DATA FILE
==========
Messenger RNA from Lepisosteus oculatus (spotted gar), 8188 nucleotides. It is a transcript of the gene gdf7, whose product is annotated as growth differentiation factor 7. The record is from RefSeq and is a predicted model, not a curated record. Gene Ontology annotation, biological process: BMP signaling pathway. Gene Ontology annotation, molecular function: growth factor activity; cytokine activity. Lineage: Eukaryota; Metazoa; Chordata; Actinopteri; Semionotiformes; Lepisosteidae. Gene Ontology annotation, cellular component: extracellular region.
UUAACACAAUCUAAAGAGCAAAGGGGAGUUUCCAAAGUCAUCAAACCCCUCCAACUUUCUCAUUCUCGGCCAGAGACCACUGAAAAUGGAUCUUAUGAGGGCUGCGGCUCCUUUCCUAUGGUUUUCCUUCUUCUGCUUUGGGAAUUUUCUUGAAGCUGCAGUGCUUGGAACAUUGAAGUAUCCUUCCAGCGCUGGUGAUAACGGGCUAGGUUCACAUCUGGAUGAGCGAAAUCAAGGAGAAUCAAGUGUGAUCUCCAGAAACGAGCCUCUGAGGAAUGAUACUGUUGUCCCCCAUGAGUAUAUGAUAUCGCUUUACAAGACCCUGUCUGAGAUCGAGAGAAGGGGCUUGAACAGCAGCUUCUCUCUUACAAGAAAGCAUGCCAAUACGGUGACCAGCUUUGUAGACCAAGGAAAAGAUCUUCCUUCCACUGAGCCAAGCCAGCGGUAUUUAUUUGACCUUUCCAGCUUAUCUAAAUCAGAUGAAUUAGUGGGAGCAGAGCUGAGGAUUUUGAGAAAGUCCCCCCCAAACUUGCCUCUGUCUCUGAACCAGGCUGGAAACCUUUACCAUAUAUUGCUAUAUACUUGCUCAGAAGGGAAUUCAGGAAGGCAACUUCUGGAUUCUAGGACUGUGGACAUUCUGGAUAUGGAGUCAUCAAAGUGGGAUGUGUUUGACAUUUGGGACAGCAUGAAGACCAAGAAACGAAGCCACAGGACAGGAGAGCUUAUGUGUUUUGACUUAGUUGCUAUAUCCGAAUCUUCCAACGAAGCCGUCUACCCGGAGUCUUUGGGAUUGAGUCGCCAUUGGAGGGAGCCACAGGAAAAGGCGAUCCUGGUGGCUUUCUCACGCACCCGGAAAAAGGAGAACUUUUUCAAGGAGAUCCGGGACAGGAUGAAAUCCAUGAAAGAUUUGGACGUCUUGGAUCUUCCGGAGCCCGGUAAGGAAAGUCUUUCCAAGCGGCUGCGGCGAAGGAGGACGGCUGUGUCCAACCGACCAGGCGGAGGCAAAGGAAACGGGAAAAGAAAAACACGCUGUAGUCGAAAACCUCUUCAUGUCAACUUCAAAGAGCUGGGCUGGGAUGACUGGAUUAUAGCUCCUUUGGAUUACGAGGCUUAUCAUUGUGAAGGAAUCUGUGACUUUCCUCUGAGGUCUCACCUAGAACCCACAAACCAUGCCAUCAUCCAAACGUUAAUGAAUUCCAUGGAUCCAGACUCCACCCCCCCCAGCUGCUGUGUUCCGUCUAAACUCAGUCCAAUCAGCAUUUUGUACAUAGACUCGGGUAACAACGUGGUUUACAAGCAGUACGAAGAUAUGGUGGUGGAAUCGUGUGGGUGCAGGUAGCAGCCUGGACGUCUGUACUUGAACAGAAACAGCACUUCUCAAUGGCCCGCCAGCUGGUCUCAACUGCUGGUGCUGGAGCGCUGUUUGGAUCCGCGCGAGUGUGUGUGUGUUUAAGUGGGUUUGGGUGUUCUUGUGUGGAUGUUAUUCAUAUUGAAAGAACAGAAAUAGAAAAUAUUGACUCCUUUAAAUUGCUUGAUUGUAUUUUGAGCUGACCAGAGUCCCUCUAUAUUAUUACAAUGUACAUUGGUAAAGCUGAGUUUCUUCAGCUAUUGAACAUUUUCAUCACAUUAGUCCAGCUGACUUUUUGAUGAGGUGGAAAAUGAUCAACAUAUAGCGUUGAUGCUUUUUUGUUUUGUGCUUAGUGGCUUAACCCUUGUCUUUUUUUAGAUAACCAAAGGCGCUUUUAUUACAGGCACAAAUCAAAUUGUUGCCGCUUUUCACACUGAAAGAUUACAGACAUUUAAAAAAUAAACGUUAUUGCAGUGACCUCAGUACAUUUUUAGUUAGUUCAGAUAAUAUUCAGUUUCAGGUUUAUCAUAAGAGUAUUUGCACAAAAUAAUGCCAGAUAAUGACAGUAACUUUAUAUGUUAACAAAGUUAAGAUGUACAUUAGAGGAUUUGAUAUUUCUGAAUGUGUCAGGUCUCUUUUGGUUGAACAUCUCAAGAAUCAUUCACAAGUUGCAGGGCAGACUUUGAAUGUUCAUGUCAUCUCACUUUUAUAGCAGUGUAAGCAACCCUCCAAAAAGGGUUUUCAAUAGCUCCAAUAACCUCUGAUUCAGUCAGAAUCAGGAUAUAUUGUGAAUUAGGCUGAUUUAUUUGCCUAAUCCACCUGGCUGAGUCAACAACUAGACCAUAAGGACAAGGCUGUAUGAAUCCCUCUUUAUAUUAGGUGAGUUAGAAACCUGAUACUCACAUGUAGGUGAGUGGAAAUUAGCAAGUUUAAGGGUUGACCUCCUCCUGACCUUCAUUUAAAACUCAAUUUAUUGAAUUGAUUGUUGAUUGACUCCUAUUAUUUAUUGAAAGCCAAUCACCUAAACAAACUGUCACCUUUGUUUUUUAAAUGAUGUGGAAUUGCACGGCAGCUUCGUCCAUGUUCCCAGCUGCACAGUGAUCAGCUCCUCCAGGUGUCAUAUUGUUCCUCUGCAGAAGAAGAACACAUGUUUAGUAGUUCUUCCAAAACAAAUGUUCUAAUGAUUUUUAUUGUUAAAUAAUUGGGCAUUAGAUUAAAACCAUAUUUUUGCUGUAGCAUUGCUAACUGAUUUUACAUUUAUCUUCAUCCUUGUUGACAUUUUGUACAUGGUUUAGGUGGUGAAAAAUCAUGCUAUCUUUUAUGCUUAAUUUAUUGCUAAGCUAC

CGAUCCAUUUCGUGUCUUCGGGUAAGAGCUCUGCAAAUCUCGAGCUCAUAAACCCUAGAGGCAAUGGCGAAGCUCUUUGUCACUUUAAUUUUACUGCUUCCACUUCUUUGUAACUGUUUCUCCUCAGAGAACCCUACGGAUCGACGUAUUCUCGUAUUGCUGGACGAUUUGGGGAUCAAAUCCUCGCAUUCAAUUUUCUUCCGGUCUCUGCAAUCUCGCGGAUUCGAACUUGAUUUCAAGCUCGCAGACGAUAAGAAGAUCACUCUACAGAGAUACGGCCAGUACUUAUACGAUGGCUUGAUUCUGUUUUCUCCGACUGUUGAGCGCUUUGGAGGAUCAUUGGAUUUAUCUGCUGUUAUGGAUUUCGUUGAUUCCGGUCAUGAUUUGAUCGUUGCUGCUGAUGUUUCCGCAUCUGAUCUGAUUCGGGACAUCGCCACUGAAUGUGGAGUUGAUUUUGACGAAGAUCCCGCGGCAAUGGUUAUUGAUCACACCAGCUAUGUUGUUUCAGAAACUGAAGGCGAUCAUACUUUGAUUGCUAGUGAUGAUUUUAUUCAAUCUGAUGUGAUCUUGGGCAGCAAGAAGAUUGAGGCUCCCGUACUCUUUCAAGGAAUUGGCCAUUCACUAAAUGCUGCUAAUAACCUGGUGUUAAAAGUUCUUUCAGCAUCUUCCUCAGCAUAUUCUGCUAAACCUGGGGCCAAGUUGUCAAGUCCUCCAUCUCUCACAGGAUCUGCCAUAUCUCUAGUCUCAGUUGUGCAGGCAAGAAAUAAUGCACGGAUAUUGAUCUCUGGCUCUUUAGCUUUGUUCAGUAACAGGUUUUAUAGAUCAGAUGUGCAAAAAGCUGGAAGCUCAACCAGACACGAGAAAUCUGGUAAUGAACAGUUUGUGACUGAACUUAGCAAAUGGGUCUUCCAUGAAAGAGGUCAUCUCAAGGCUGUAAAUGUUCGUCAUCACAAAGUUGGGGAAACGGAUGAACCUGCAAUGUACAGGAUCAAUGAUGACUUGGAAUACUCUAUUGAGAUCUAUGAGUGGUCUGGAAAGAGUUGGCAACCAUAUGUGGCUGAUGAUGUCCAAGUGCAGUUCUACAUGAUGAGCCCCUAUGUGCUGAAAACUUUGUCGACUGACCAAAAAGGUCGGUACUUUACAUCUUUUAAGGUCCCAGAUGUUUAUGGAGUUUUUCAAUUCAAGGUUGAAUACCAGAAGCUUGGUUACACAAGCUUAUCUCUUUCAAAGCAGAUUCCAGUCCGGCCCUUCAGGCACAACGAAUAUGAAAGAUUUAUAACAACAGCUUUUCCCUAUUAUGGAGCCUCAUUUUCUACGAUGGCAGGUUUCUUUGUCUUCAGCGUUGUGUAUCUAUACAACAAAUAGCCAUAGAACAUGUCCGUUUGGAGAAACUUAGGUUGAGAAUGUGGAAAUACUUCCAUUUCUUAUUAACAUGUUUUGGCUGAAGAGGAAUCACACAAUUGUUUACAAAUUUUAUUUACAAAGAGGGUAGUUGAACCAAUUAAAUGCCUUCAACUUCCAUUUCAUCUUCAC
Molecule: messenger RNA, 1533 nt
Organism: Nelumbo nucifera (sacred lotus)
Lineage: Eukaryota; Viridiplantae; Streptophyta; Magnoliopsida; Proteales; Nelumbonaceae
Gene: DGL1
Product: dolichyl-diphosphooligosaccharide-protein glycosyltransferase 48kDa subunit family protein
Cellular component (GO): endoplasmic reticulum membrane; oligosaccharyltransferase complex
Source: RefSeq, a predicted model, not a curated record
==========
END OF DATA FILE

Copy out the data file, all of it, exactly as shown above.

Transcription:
Messenger RNA from Lepisosteus oculatus (spotted gar), 8188 nucleotides. It is a transcript of the gene gdf7, whose product is annotated as growth differentiation factor 7. The record is from RefSeq and is a predicted model, not a curated record. Gene Ontology annotation, biological process: BMP signaling pathway. Gene Ontology annotation, molecular function: growth factor activity; cytokine activity. Lineage: Eukaryota; Metazoa; Chordata; Actinopteri; Semionotiformes; Lepisosteidae. Gene Ontology annotation, cellular component: extracellular region.
UUAACACAAUCUAAAGAGCAAAGGGGAGUUUCCAAAGUCAUCAAACCCCUCCAACUUUCUCAUUCUCGGCCAGAGACCACUGAAAAUGGAUCUUAUGAGGGCUGCGGCUCCUUUCCUAUGGUUUUCCUUCUUCUGCUUUGGGAAUUUUCUUGAAGCUGCAGUGCUUGGAACAUUGAAGUAUCCUUCCAGCGCUGGUGAUAACGGGCUAGGUUCACAUCUGGAUGAGCGAAAUCAAGGAGAAUCAAGUGUGAUCUCCAGAAACGAGCCUCUGAGGAAUGAUACUGUUGUCCCCCAUGAGUAUAUGAUAUCGCUUUACAAGACCCUGUCUGAGAUCGAGAGAAGGGGCUUGAACAGCAGCUUCUCUCUUACAAGAAAGCAUGCCAAUACGGUGACCAGCUUUGUAGACCAAGGAAAAGAUCUUCCUUCCACUGAGCCAAGCCAGCGGUAUUUAUUUGACCUUUCCAGCUUAUCUAAAUCAGAUGAAUUAGUGGGAGCAGAGCUGAGGAUUUUGAGAAAGUCCCCCCCAAACUUGCCUCUGUCUCUGAACCAGGCUGGAAACCUUUACCAUAUAUUGCUAUAUACUUGCUCAGAAGGGAAUUCAGGAAGGCAACUUCUGGAUUCUAGGACUGUGGACAUUCUGGAUAUGGAGUCAUCAAAGUGGGAUGUGUUUGACAUUUGGGACAGCAUGAAGACCAAGAAACGAAGCCACAGGACAGGAGAGCUUAUGUGUUUUGACUUAGUUGCUAUAUCCGAAUCUUCCAACGAAGCCGUCUACCCGGAGUCUUUGGGAUUGAGUCGCCAUUGGAGGGAGCCACAGGAAAAGGCGAUCCUGGUGGCUUUCUCACGCACCCGGAAAAAGGAGAACUUUUUCAAGGAGAUCCGGGACAGGAUGAAAUCCAUGAAAGAUUUGGACGUCUUGGAUCUUCCGGAGCCCGGUAAGGAAAGUCUUUCCAAGCGGCUGCGGCGAAGGAGGACGGCUGUGUCCAACCGACCAGGCGGAGGCAAAGGAAACGGGAAAAGAAAAACACGCUGUAGUCGAAAACCUCUUCAUGUCAACUUCAAAGAGCUGGGCUGGGAUGACUGGAUUAUAGCUCCUUUGGAUUACGAGGCUUAUCAUUGUGAAGGAAUCUGUGACUUUCCUCUGAGGUCUCACCUAGAACCCACAAACCAUGCCAUCAUCCAAACGUUAAUGAAUUCCAUGGAUCCAGACUCCACCCCCCCCAGCUGCUGUGUUCCGUCUAAACUCAGUCCAAUCAGCAUUUUGUACAUAGACUCGGGUAACAACGUGGUUUACAAGCAGUACGAAGAUAUGGUGGUGGAAUCGUGUGGGUGCAGGUAGCAGCCUGGACGUCUGUACUUGAACAGAAACAGCACUUCUCAAUGGCCCGCCAGCUGGUCUCAACUGCUGGUGCUGGAGCGCUGUUUGGAUCCGCGCGAGUGUGUGUGUGUUUAAGUGGGUUUGGGUGUUCUUGUGUGGAUGUUAUUCAUAUUGAAAGAACAGAAAUAGAAAAUAUUGACUCCUUUAAAUUGCUUGAUUGUAUUUUGAGCUGACCAGAGUCCCUCUAUAUUAUUACAAUGUACAUUGGUAAAGCUGAGUUUCUUCAGCUAUUGAACAUUUUCAUCACAUUAGUCCAGCUGACUUUUUGAUGAGGUGGAAAAUGAUCAACAUAUAGCGUUGAUGCUUUUUUGUUUUGUGCUUAGUGGCUUAACCCUUGUCUUUUUUUAGAUAACCAAAGGCGCUUUUAUUACAGGCACAAAUCAAAUUGUUGCCGCUUUUCACACUGAAAGAUUACAGACAUUUAAAAAAUAAACGUUAUUGCAGUGACCUCAGUACAUUUUUAGUUAGUUCAGAUAAUAUUCAGUUUCAGGUUUAUCAUAAGAGUAUUUGCACAAAAUAAUGCCAGAUAAUGACAGUAACUUUAUAUGUUAACAAAGUUAAGAUGUACAUUAGAGGAUUUGAUAUUUCUGAAUGUGUCAGGUCUCUUUUGGUUGAACAUCUCAAGAAUCAUUCACAAGUUGCAGGGCAGACUUUGAAUGUUCAUGUCAUCUCACUUUUAUAGCAGUGUAAGCAACCCUCCAAAAAGGGUUUUCAAUAGCUCCAAUAACCUCUGAUUCAGUCAGAAUCAGGAUAUAUUGUGAAUUAGGCUGAUUUAUUUGCCUAAUCCACCUGGCUGAGUCAACAACUAGACCAUAAGGACAAGGCUGUAUGAAUCCCUCUUUAUAUUAGGUGAGUUAGAAACCUGAUACUCACAUGUAGGUGAGUGGAAAUUAGCAAGUUUAAGGGUUGACCUCCUCCUGACCUUCAUUUAAAACUCAAUUUAUUGAAUUGAUUGUUGAUUGACUCCUAUUAUUUAUUGAAAGCCAAUCACCUAAACAAACUGUCACCUUUGUUUUUUAAAUGAUGUGGAAUUGCACGGCAGCUUCGUCCAUGUUCCCAGCUGCACAGUGAUCAGCUCCUCCAGGUGUCAUAUUGUUCCUCUGCAGAAGAAGAACACAUGUUUAGUAGUUCUUCCAAAACAAAUGUUCUAAUGAUUUUUAUUGUUAAAUAAUUGGGCAUUAGAUUAAAACCAUAUUUUUGCUGUAGCAUUGCUAACUGAUUUUACAUUUAUCUUCAUCCUUGUUGACAUUUUGUACAUGGUUUAGGUGGUGAAAAAUCAUGCUAUCUUUUAUGCUUAAUUUAUUGCUAAGCUAC

CGAUCCAUUUCGUGUCUUCGGGUAAGAGCUCUGCAAAUCUCGAGCUCAUAAACCCUAGAGGCAAUGGCGAAGCUCUUUGUCACUUUAAUUUUACUGCUUCCACUUCUUUGUAACUGUUUCUCCUCAGAGAACCCUACGGAUCGACGUAUUCUCGUAUUGCUGGACGAUUUGGGGAUCAAAUCCUCGCAUUCAAUUUUCUUCCGGUCUCUGCAAUCUCGCGGAUUCGAACUUGAUUUCAAGCUCGCAGACGAUAAGAAGAUCACUCUACAGAGAUACGGCCAGUACUUAUACGAUGGCUUGAUUCUGUUUUCUCCGACUGUUGAGCGCUUUGGAGGAUCAUUGGAUUUAUCUGCUGUUAUGGAUUUCGUUGAUUCCGGUCAUGAUUUGAUCGUUGCUGCUGAUGUUUCCGCAUCUGAUCUGAUUCGGGACAUCGCCACUGAAUGUGGAGUUGAUUUUGACGAAGAUCCCGCGGCAAUGGUUAUUGAUCACACCAGCUAUGUUGUUUCAGAAACUGAAGGCGAUCAUACUUUGAUUGCUAGUGAUGAUUUUAUUCAAUCUGAUGUGAUCUUGGGCAGCAAGAAGAUUGAGGCUCCCGUACUCUUUCAAGGAAUUGGCCAUUCACUAAAUGCUGCUAAUAACCUGGUGUUAAAAGUUCUUUCAGCAUCUUCCUCAGCAUAUUCUGCUAAACCUGGGGCCAAGUUGUCAAGUCCUCCAUCUCUCACAGGAUCUGCCAUAUCUCUAGUCUCAGUUGUGCAGGCAAGAAAUAAUGCACGGAUAUUGAUCUCUGGCUCUUUAGCUUUGUUCAGUAACAGGUUUUAUAGAUCAGAUGUGCAAAAAGCUGGAAGCUCAACCAGACACGAGAAAUCUGGUAAUGAACAGUUUGUGACUGAACUUAGCAAAUGGGUCUUCCAUGAAAGAGGUCAUCUCAAGGCUGUAAAUGUUCGUCAUCACAAAGUUGGGGAAACGGAUGAACCUGCAAUGUACAGGAUCAAUGAUGACUUGGAAUACUCUAUUGAGAUCUAUGAGUGGUCUGGAAAGAGUUGGCAACCAUAUGUGGCUGAUGAUGUCCAAGUGCAGUUCUACAUGAUGAGCCCCUAUGUGCUGAAAACUUUGUCGACUGACCAAAAAGGUCGGUACUUUACAUCUUUUAAGGUCCCAGAUGUUUAUGGAGUUUUUCAAUUCAAGGUUGAAUACCAGAAGCUUGGUUACACAAGCUUAUCUCUUUCAAAGCAGAUUCCAGUCCGGCCCUUCAGGCACAACGAAUAUGAAAGAUUUAUAACAACAGCUUUUCCCUAUUAUGGAGCCUCAUUUUCUACGAUGGCAGGUUUCUUUGUCUUCAGCGUUGUGUAUCUAUACAACAAAUAGCCAUAGAACAUGUCCGUUUGGAGAAACUUAGGUUGAGAAUGUGGAAAUACUUCCAUUUCUUAUUAACAUGUUUUGGCUGAAGAGGAAUCACACAAUUGUUUACAAAUUUUAUUUACAAAGAGGGUAGUUGAACCAAUUAAAUGCCUUCAACUUCCAUUUCAUCUUCAC
Molecule: messenger RNA, 1533 nt
Organism: Nelumbo nucifera (sacred lotus)
Lineage: Eukaryota; Viridiplantae; Streptophyta; Magnoliopsida; Proteales; Nelumbonaceae
Gene: DGL1
Product: dolichyl-diphosphooligosaccharide-protein glycosyltransferase 48kDa subunit family protein
Cellular component (GO): endoplasmic reticulum membrane; oligosaccharyltransferase complex
Source: RefSeq, a predicted model, not a curated record